Tuesday, April 25, 2017

Operation: Mindcrime - How Queensrÿche Created their 1988 Opus

When you look at hard rock and heavy metal in the 1980s, Queensrÿche's opus Operation: Mindcrime is a record that soars above the crowd and has definitely stood the test of time.

May 3 will mark 29 years since the band released their first concept album, which has sold several million copies worldwide. And when it came time to record the follow-up to the hugely underrated Rage for Order record, the band probably didn't realize they'd made something that would be compared to legendary concept albums like Pink Floyd's The Wall or The Who's Tommy.

There's a Canadian connection to the idea for the story in that singer Geoff Tate came up with the concept during his time living in Montreal in 1987 and his observation of a terrorist group there. He found himself in an old Catholic church late one evening and was flooded with ideas for the revolutionary love story featuring Nikki, Dr. X and Sister Mary. Interestingly, Operation: Mindcrime was recorded at Le Studio, just north of Montreal.

"The idea for Operation: Mindcrime came in a flood one night as I sat on a well-worn wooden bench in the back of a Catholic Church," said Tate. "I had stayed behind in snow-covered Montreal in the end of the previous tour and the city and its people were my muse. One night in a bar called St. Supice, I met the man who became Dr. X. The cold, calculating, vicious personality of this man still makes me feel uneasy as I write this."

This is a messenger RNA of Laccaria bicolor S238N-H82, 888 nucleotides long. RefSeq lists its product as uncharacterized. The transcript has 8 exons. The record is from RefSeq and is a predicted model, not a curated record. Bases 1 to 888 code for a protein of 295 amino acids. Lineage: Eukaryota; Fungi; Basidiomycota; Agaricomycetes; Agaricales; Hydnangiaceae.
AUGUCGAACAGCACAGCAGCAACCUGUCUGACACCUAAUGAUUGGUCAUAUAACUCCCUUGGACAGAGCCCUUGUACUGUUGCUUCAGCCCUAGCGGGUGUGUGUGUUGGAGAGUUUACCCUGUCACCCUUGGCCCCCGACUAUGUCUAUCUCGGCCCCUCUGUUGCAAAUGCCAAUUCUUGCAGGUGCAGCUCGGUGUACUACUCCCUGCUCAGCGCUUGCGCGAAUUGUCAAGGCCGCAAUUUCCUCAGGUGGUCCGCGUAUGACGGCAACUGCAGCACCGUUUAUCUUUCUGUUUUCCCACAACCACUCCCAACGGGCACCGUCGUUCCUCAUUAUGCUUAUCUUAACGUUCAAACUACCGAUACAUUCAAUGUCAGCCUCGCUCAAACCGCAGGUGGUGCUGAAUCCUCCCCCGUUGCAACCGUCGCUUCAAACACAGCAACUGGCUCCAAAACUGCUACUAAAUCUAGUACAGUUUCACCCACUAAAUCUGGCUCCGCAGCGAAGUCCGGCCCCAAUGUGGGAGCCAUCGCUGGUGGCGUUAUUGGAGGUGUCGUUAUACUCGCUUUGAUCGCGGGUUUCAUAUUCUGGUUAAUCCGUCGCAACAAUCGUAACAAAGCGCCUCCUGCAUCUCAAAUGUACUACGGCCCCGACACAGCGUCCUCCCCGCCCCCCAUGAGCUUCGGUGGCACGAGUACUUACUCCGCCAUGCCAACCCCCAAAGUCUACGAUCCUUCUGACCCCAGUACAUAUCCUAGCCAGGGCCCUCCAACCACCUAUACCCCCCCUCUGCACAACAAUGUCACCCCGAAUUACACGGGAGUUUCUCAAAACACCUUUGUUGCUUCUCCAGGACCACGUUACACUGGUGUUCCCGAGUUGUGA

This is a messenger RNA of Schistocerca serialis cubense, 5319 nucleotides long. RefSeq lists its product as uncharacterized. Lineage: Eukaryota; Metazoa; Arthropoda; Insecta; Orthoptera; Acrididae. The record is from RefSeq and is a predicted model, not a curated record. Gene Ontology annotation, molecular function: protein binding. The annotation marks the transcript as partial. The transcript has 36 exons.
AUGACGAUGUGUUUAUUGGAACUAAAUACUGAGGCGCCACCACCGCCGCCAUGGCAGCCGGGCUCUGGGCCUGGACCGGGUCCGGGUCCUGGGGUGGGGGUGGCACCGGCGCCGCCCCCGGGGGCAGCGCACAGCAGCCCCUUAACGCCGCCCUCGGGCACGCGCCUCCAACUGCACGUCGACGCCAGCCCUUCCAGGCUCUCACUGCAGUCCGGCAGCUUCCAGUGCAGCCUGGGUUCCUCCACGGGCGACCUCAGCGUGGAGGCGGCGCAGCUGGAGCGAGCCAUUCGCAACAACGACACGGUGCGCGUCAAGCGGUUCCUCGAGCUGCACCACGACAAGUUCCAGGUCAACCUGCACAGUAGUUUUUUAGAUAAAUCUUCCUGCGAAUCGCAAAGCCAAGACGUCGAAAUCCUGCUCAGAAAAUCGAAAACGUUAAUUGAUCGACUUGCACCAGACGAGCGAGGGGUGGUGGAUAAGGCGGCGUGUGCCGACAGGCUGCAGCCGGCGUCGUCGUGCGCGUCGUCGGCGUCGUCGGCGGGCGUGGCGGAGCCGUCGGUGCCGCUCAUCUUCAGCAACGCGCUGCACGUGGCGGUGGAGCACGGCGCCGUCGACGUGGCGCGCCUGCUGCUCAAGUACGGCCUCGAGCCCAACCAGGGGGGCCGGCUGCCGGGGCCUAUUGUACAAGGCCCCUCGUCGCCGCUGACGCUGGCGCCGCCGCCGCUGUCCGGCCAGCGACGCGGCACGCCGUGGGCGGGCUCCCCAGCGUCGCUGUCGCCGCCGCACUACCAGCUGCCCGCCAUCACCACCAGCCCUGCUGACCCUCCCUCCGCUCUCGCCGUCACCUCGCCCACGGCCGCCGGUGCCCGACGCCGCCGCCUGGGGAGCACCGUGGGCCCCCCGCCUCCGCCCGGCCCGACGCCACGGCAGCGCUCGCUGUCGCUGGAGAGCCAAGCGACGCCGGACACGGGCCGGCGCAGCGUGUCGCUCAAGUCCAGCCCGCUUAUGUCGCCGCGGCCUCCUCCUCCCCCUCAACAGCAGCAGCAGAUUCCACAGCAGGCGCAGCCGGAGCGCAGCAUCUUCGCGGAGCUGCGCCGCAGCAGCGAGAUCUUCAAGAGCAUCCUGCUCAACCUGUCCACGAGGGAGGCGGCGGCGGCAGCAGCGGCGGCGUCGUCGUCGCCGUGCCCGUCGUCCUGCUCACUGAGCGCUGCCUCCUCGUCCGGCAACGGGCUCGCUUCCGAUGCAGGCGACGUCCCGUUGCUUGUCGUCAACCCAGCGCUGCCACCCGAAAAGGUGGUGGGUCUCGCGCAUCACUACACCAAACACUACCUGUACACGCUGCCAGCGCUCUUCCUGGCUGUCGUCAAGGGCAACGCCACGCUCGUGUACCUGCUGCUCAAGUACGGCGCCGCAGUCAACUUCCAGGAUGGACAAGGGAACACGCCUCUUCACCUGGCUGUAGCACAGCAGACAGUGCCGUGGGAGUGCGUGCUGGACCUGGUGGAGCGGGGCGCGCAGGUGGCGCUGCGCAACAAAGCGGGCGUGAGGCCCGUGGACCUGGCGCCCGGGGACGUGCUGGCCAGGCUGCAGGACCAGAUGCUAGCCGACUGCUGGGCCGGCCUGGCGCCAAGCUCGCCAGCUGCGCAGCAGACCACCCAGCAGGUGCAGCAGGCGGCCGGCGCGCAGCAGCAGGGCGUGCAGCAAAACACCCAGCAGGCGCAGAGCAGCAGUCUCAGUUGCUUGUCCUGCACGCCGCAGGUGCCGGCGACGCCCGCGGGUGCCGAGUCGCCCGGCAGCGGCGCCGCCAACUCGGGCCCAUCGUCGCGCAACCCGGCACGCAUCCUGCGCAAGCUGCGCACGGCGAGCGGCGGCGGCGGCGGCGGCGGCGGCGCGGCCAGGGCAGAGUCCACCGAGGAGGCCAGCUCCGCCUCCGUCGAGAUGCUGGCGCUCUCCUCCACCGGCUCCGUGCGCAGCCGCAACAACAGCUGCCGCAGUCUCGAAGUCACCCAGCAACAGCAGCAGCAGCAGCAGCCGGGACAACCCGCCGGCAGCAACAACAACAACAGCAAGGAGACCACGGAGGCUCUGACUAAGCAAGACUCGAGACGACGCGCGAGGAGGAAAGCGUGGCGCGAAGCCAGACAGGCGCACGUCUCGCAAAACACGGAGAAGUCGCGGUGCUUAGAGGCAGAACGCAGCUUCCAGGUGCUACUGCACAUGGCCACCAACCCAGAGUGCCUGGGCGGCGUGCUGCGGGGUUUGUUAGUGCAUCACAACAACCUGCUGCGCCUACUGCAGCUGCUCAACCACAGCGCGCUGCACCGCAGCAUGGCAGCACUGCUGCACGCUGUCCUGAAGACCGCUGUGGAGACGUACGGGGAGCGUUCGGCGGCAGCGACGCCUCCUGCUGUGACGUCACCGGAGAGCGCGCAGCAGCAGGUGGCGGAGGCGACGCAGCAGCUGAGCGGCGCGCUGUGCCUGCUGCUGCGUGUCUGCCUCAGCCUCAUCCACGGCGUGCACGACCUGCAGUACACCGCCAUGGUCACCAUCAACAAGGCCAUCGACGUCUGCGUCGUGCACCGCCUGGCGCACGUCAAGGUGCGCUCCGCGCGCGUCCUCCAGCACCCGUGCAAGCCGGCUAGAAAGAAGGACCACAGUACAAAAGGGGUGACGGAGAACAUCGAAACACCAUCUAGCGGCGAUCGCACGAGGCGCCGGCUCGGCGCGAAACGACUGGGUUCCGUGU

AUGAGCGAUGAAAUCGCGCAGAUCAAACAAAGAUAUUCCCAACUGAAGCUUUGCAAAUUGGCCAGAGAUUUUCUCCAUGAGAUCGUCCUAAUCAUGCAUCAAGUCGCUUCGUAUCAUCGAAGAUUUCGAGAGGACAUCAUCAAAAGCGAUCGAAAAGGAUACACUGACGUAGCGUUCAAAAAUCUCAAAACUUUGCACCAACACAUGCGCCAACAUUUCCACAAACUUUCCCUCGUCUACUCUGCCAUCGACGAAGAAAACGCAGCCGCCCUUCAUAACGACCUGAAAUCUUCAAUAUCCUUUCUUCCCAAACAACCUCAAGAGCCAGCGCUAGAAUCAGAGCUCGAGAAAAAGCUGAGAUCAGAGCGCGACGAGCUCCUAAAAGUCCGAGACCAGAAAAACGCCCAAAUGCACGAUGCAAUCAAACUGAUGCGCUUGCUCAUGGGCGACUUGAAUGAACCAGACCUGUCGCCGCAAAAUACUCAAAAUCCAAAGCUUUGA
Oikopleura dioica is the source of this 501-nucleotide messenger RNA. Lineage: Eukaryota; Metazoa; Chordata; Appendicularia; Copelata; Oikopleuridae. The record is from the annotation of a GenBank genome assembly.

"His character and alleged involvement with a terrorist organization coupled with other personalities I had met on my travels truly were inspiration for this record," said Tate.

"We tried to paint a picture of what was going on and that's a real difficult thing to do. What we were trying to do was to paint an aural picture if you know what I mean," said Tate in 1988. "This album is the most difficult thing that we've ever had to do since we started the band. The lyrics were a lot of hard work. I got the idea not from a book I'd read or a film I'd seen, but from myself."

In the Donald Trump era of today, the story holds up remarkably well.

Tate features prominently in the songwriting, writing lyrics on all tracks except for "The Mission" (written by guitarist Chris DeGarmo), and the instrumentals "Anarchy-X" and "Waiting for 22".

"We'd been tossing around the idea of doing a complete concept album. Geoff especially wanted the band to do something massive in scope that utilised strict chronological sense," said DeGarmo in 1991. "He had a rough idea of the outline, of the Nikki, Mary and Doctor X characters way up front, and things just started to spark from his early enthusiasm. Lyrically I know Geoff considered the whole thing a massive personal challenge. Up until 'Mindcrime' he and I had pretty much collaborated on all lyrics, but he got on a roll with this one and virtually did the entire thing alone."

The band used Englishman Peter Collins to produce Mindcrime because Neil Kernon, who did Rage for Order, was working with Dokken and unavailable.

For the part of Mary, the band decided to use Seattle singer Pamela Moore, who met DeGarmo when she was working at a record store. According to Moore, they would often talk and then one day DeGarmo came in with Tate, who asked her if it was her voice on a series of radio commercial that been airing back then.

Then DeGarmo and Tate saw Moore play a live show and decided to use her as the voice of Mary. They flew her to Montreal to record vocals on "Suite Sister Mary", one of the most epic songs on Mindcrime.

In 2006, Queensrÿche (with DeGarmo out of the band) released the follow-up album Operation: Mindcrime II, which was well-received and went to No. 14 on the Billboard album charts.

Check out our post on Soundgarden's "Louder Than Love" album - one of their best

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